MICHELE NORRIS, host:
And as promised, NPR's national political correspondent Mara Liasson is with us. Hello, Mara.
MARA LIASSON: Hello, Michele.
MARA LIASSON: Let's dig into these numbers and figure out what they reveal about the candidates and their campaigns. What does this mean? What does it mean beyond the dollar signs?
LIASSON: Well, as we talk about it yesterday, it is possible to raise a lot of money but not have it translate into votes. But I think in this case it means that Obama is not just a phenomenon. He's not just a flavor of the month. He has the resources to mount a very serious challenge to Senator Clinton. Now, it may not be the game changer that some of the Obama folks have been saying it was today, but this makes it harder for Senator Clinton to position herself as the inevitable nominee. She wanted to kind clear the field and have her $26 million be so formidable that the other people would be dwarfed by comparison; that clearly hasn't happen.
NORRIS: Now, raising of this much money this early in the race, what does this mean for growth over time?
LIASSON: Well, in terms of Barack Obama, he's got a lot of growth because he has 100,000 donors; 23.5 of the 25 million he raised is for the primary. That means he still can raise money for the general; 90 percent of his donations were in increments of $100 or less. And that is extremely significant. That means that these people are very far from being maxed out. Maxed out means you've given the $4,600 for the primary and general election combined that the law allows you to. He can go back to these people again and again and again, until, if they have the means, they get up to $4,600. So the size of the pool is important. The number of small donors who can be tapped again is important.
We don't have numbers yet for Senator Clinton in terms of how many she's gotten for the general election versus the primary. Her campaign says they're going to have that soon. But the Obama supporters are saying while the Clinton money network is very big and very formidable, it's older, more established, closer to being max out. And they say Obama has brought more new people into the process. He has built himself this network very fast. He clearly tapped pools of black professionals. He beat her on the Internet. What we don't know yet is how many of the Obama donors have never given political money before.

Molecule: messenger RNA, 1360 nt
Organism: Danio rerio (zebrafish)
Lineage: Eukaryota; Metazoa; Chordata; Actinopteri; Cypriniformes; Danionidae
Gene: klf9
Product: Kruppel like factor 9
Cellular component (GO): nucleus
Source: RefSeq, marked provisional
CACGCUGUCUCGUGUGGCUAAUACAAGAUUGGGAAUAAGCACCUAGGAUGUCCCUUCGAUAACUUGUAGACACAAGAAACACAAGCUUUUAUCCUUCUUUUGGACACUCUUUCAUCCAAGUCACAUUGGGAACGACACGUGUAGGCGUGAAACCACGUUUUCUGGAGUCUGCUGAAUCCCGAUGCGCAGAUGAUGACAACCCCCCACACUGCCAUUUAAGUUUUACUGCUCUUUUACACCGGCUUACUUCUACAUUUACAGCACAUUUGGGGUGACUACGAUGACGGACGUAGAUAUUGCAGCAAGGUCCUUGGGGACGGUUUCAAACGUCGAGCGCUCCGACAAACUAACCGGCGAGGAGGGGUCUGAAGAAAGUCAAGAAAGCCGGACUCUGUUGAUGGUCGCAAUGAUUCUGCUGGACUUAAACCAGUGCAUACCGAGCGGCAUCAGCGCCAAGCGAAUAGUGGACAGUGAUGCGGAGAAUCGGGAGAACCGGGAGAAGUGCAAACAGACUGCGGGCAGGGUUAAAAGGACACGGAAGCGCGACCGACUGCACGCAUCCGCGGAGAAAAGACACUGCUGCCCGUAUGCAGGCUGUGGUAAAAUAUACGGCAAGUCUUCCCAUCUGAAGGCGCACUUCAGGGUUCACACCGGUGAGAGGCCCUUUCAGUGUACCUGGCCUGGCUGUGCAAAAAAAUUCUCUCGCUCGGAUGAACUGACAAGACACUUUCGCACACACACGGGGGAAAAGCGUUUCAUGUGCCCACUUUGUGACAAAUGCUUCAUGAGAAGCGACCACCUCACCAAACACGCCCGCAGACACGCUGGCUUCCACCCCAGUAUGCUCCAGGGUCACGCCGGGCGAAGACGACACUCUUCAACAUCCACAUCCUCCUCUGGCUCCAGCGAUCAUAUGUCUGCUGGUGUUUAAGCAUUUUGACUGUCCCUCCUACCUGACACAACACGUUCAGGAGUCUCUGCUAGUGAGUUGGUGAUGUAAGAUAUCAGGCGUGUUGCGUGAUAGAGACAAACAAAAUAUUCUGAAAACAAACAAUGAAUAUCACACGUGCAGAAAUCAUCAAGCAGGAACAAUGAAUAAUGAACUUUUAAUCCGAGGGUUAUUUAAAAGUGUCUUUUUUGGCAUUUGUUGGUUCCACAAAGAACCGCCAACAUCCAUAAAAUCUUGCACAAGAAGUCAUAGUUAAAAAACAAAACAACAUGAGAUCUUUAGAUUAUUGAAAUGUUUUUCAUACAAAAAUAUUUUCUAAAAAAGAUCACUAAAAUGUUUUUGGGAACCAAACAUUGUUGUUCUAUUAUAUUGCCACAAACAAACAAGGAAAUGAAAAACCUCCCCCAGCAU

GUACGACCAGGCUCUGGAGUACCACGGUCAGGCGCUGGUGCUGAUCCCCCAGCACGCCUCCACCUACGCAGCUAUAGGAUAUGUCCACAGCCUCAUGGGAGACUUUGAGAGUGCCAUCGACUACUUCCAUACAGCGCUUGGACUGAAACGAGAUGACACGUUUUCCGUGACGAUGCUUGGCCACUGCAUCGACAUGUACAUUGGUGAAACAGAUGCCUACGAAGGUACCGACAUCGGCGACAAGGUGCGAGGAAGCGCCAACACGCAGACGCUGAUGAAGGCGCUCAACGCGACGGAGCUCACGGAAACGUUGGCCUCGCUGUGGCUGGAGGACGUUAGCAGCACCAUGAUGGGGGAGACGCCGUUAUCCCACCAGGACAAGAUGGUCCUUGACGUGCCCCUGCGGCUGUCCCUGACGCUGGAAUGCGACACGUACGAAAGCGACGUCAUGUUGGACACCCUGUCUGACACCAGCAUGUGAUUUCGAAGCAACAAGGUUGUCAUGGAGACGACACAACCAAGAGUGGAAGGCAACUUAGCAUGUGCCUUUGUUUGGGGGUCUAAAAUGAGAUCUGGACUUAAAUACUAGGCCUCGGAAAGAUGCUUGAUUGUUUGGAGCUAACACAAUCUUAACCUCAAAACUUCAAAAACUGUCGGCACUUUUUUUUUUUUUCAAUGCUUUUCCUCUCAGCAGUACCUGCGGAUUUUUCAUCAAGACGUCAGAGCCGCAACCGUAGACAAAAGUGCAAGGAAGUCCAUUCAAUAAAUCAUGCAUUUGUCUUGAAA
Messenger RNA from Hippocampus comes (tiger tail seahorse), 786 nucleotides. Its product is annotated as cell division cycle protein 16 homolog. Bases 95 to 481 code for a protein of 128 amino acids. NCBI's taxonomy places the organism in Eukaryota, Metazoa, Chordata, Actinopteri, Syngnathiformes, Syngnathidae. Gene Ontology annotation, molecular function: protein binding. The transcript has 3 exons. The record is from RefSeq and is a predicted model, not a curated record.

NORRIS: So, Mara, how does the Clinton campaign react to this, beyond an official statement?
LIASSON: Well, they say they aren't shocked and they predicted this. And they say that she is still going to be the nominee and they are trying to say that Obama is going to be the new version of Howard Dean, who brought a lot of new people into the process, raised a lot of money on the Internet and then, of course, didn't win a single primary. That's what they're saying. Clearly this, I think, rattles their campaign a bit.
NORRIS: But if you look at this in terms of a Donnybrook(ph) and what the numbers mean in terms of positioning and momentum, how is this read? I mean we were talking yesterday about what this meant McCain in terms of his numbers. What does this mean for the Clinton campaign today?
LIASSON: Look, the Clinton - Senator Clinton is still winning the money race. It's nothing like - McCain had a poor showing. She broke records. She's still the winner of the money primary. As Peter pointed out, she's still has that extra $10 million left over from her Senate campaign. Also, you know, speaking of the comparison with McCain, what Senator Clinton has done is, she has adopted the Bush model very successfully. He would designate people as rangers or pioneers if they bundled $100,000 or $200,000. She has designated a group of people called hell-raisers who are going to raise her $1 million each. McCain brought in a lot of the Bush fundraisers but he's still fine-tuning the Bush system.
So I think Senator Clinton still has an extremely formidable organization, tremendous assets, big fundraising network, and a tremendous fundraiser in Bill Clinton, who's been pulling out all the stops for her. The big question is how maxed out is her pool.
NORRIS: Interesting time here. They all have the same deadline but they're all announcing on different days.
LIASSON: Well, Barack Obama wanted a day all to himself where he could get the biggest headline possible. He wanted to wait till the dust had settled from her big announcement before he announced his. And I think you can see from the kind of coverage he's getting today, he did a good job.
NORRIS: Thank you, Mara.
LIASSON: Thank you, Michele.
NORRIS: That was Mara Liasson, NPR's national political correspondent.
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